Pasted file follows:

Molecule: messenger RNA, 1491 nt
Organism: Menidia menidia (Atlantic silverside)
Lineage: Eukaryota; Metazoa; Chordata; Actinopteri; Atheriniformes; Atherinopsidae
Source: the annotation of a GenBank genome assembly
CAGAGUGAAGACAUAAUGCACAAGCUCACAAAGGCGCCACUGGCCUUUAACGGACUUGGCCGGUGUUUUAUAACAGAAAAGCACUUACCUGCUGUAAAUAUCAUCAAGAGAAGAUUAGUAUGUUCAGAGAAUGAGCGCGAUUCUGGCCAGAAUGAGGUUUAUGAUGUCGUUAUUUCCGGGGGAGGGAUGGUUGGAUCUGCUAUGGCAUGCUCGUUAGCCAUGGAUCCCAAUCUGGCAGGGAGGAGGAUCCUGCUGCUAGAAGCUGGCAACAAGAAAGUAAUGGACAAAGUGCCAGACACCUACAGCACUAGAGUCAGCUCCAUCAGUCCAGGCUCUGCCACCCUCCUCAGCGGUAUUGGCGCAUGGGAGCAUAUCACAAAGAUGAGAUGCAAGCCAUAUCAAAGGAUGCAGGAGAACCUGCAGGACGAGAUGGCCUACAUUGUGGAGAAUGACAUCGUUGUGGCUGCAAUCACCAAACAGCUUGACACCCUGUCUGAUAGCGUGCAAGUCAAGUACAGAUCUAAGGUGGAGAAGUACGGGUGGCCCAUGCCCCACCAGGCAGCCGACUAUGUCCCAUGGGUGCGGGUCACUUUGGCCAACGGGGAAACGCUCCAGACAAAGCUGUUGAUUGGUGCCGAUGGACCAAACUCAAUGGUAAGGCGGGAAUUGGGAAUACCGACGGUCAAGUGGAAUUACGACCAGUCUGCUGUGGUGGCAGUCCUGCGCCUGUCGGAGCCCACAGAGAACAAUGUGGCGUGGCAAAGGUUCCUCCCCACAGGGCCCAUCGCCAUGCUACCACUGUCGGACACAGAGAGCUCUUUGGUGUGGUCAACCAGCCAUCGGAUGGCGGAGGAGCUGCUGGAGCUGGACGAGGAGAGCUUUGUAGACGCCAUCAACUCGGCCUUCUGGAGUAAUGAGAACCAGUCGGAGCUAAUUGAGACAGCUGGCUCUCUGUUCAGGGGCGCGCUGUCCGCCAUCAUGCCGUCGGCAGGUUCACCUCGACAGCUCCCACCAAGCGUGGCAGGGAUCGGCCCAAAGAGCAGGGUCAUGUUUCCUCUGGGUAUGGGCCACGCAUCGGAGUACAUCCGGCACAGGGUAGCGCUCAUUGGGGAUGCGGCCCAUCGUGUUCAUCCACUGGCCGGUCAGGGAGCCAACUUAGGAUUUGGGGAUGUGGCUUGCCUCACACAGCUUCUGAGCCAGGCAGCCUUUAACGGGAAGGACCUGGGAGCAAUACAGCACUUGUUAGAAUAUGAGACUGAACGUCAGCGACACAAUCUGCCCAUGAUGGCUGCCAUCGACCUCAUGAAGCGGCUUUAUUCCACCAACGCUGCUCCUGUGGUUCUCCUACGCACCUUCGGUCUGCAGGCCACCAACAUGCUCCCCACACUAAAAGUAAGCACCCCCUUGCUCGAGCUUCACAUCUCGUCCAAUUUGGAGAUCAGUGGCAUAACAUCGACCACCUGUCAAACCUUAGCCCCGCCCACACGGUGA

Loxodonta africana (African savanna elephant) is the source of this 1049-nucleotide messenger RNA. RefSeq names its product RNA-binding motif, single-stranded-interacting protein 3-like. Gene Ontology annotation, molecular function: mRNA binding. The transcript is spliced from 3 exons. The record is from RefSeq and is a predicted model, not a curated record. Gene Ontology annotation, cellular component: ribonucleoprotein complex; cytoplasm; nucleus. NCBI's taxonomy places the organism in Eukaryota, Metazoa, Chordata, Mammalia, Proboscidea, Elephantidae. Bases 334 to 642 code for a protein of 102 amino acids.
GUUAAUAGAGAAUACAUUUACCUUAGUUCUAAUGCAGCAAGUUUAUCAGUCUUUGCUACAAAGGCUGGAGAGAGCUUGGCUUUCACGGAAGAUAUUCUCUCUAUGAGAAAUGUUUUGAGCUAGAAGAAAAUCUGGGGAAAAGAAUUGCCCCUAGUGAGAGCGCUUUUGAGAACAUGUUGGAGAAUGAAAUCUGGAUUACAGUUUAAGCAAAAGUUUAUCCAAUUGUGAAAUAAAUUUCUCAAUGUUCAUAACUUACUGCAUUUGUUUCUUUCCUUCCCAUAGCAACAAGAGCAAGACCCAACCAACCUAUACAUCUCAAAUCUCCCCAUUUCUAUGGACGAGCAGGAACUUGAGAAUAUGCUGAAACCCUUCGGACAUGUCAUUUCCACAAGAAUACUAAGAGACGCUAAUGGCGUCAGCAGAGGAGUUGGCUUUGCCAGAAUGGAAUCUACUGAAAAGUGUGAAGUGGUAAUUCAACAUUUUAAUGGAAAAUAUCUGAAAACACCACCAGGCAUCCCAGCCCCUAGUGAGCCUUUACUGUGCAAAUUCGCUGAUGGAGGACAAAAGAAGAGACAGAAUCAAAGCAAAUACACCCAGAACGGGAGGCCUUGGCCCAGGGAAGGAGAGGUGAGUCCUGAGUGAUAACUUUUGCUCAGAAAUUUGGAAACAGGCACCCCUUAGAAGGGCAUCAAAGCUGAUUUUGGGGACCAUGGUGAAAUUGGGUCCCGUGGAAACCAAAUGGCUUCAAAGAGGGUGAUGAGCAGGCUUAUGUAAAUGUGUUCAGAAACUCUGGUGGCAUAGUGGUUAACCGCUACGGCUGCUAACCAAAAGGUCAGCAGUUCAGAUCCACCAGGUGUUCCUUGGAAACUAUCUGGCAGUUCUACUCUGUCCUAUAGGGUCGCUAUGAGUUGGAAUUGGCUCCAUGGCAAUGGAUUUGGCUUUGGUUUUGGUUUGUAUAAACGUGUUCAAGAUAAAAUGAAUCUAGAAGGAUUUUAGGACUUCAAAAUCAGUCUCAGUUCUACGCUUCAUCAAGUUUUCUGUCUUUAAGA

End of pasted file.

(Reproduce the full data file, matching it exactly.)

Molecule: messenger RNA, 1491 nt
Organism: Menidia menidia (Atlantic silverside)
Lineage: Eukaryota; Metazoa; Chordata; Actinopteri; Atheriniformes; Atherinopsidae
Source: the annotation of a GenBank genome assembly
CAGAGUGAAGACAUAAUGCACAAGCUCACAAAGGCGCCACUGGCCUUUAACGGACUUGGCCGGUGUUUUAUAACAGAAAAGCACUUACCUGCUGUAAAUAUCAUCAAGAGAAGAUUAGUAUGUUCAGAGAAUGAGCGCGAUUCUGGCCAGAAUGAGGUUUAUGAUGUCGUUAUUUCCGGGGGAGGGAUGGUUGGAUCUGCUAUGGCAUGCUCGUUAGCCAUGGAUCCCAAUCUGGCAGGGAGGAGGAUCCUGCUGCUAGAAGCUGGCAACAAGAAAGUAAUGGACAAAGUGCCAGACACCUACAGCACUAGAGUCAGCUCCAUCAGUCCAGGCUCUGCCACCCUCCUCAGCGGUAUUGGCGCAUGGGAGCAUAUCACAAAGAUGAGAUGCAAGCCAUAUCAAAGGAUGCAGGAGAACCUGCAGGACGAGAUGGCCUACAUUGUGGAGAAUGACAUCGUUGUGGCUGCAAUCACCAAACAGCUUGACACCCUGUCUGAUAGCGUGCAAGUCAAGUACAGAUCUAAGGUGGAGAAGUACGGGUGGCCCAUGCCCCACCAGGCAGCCGACUAUGUCCCAUGGGUGCGGGUCACUUUGGCCAACGGGGAAACGCUCCAGACAAAGCUGUUGAUUGGUGCCGAUGGACCAAACUCAAUGGUAAGGCGGGAAUUGGGAAUACCGACGGUCAAGUGGAAUUACGACCAGUCUGCUGUGGUGGCAGUCCUGCGCCUGUCGGAGCCCACAGAGAACAAUGUGGCGUGGCAAAGGUUCCUCCCCACAGGGCCCAUCGCCAUGCUACCACUGUCGGACACAGAGAGCUCUUUGGUGUGGUCAACCAGCCAUCGGAUGGCGGAGGAGCUGCUGGAGCUGGACGAGGAGAGCUUUGUAGACGCCAUCAACUCGGCCUUCUGGAGUAAUGAGAACCAGUCGGAGCUAAUUGAGACAGCUGGCUCUCUGUUCAGGGGCGCGCUGUCCGCCAUCAUGCCGUCGGCAGGUUCACCUCGACAGCUCCCACCAAGCGUGGCAGGGAUCGGCCCAAAGAGCAGGGUCAUGUUUCCUCUGGGUAUGGGCCACGCAUCGGAGUACAUCCGGCACAGGGUAGCGCUCAUUGGGGAUGCGGCCCAUCGUGUUCAUCCACUGGCCGGUCAGGGAGCCAACUUAGGAUUUGGGGAUGUGGCUUGCCUCACACAGCUUCUGAGCCAGGCAGCCUUUAACGGGAAGGACCUGGGAGCAAUACAGCACUUGUUAGAAUAUGAGACUGAACGUCAGCGACACAAUCUGCCCAUGAUGGCUGCCAUCGACCUCAUGAAGCGGCUUUAUUCCACCAACGCUGCUCCUGUGGUUCUCCUACGCACCUUCGGUCUGCAGGCCACCAACAUGCUCCCCACACUAAAAGUAAGCACCCCCUUGCUCGAGCUUCACAUCUCGUCCAAUUUGGAGAUCAGUGGCAUAACAUCGACCACCUGUCAAACCUUAGCCCCGCCCACACGGUGA

Loxodonta africana (African savanna elephant) is the source of this 1049-nucleotide messenger RNA. RefSeq names its product RNA-binding motif, single-stranded-interacting protein 3-like. Gene Ontology annotation, molecular function: mRNA binding. The transcript is spliced from 3 exons. The record is from RefSeq and is a predicted model, not a curated record. Gene Ontology annotation, cellular component: ribonucleoprotein complex; cytoplasm; nucleus. NCBI's taxonomy places the organism in Eukaryota, Metazoa, Chordata, Mammalia, Proboscidea, Elephantidae. Bases 334 to 642 code for a protein of 102 amino acids.
GUUAAUAGAGAAUACAUUUACCUUAGUUCUAAUGCAGCAAGUUUAUCAGUCUUUGCUACAAAGGCUGGAGAGAGCUUGGCUUUCACGGAAGAUAUUCUCUCUAUGAGAAAUGUUUUGAGCUAGAAGAAAAUCUGGGGAAAAGAAUUGCCCCUAGUGAGAGCGCUUUUGAGAACAUGUUGGAGAAUGAAAUCUGGAUUACAGUUUAAGCAAAAGUUUAUCCAAUUGUGAAAUAAAUUUCUCAAUGUUCAUAACUUACUGCAUUUGUUUCUUUCCUUCCCAUAGCAACAAGAGCAAGACCCAACCAACCUAUACAUCUCAAAUCUCCCCAUUUCUAUGGACGAGCAGGAACUUGAGAAUAUGCUGAAACCCUUCGGACAUGUCAUUUCCACAAGAAUACUAAGAGACGCUAAUGGCGUCAGCAGAGGAGUUGGCUUUGCCAGAAUGGAAUCUACUGAAAAGUGUGAAGUGGUAAUUCAACAUUUUAAUGGAAAAUAUCUGAAAACACCACCAGGCAUCCCAGCCCCUAGUGAGCCUUUACUGUGCAAAUUCGCUGAUGGAGGACAAAAGAAGAGACAGAAUCAAAGCAAAUACACCCAGAACGGGAGGCCUUGGCCCAGGGAAGGAGAGGUGAGUCCUGAGUGAUAACUUUUGCUCAGAAAUUUGGAAACAGGCACCCCUUAGAAGGGCAUCAAAGCUGAUUUUGGGGACCAUGGUGAAAUUGGGUCCCGUGGAAACCAAAUGGCUUCAAAGAGGGUGAUGAGCAGGCUUAUGUAAAUGUGUUCAGAAACUCUGGUGGCAUAGUGGUUAACCGCUACGGCUGCUAACCAAAAGGUCAGCAGUUCAGAUCCACCAGGUGUUCCUUGGAAACUAUCUGGCAGUUCUACUCUGUCCUAUAGGGUCGCUAUGAGUUGGAAUUGGCUCCAUGGCAAUGGAUUUGGCUUUGGUUUUGGUUUGUAUAAACGUGUUCAAGAUAAAAUGAAUCUAGAAGGAUUUUAGGACUUCAAAAUCAGUCUCAGUUCUACGCUUCAUCAAGUUUUCUGUCUUUAAGA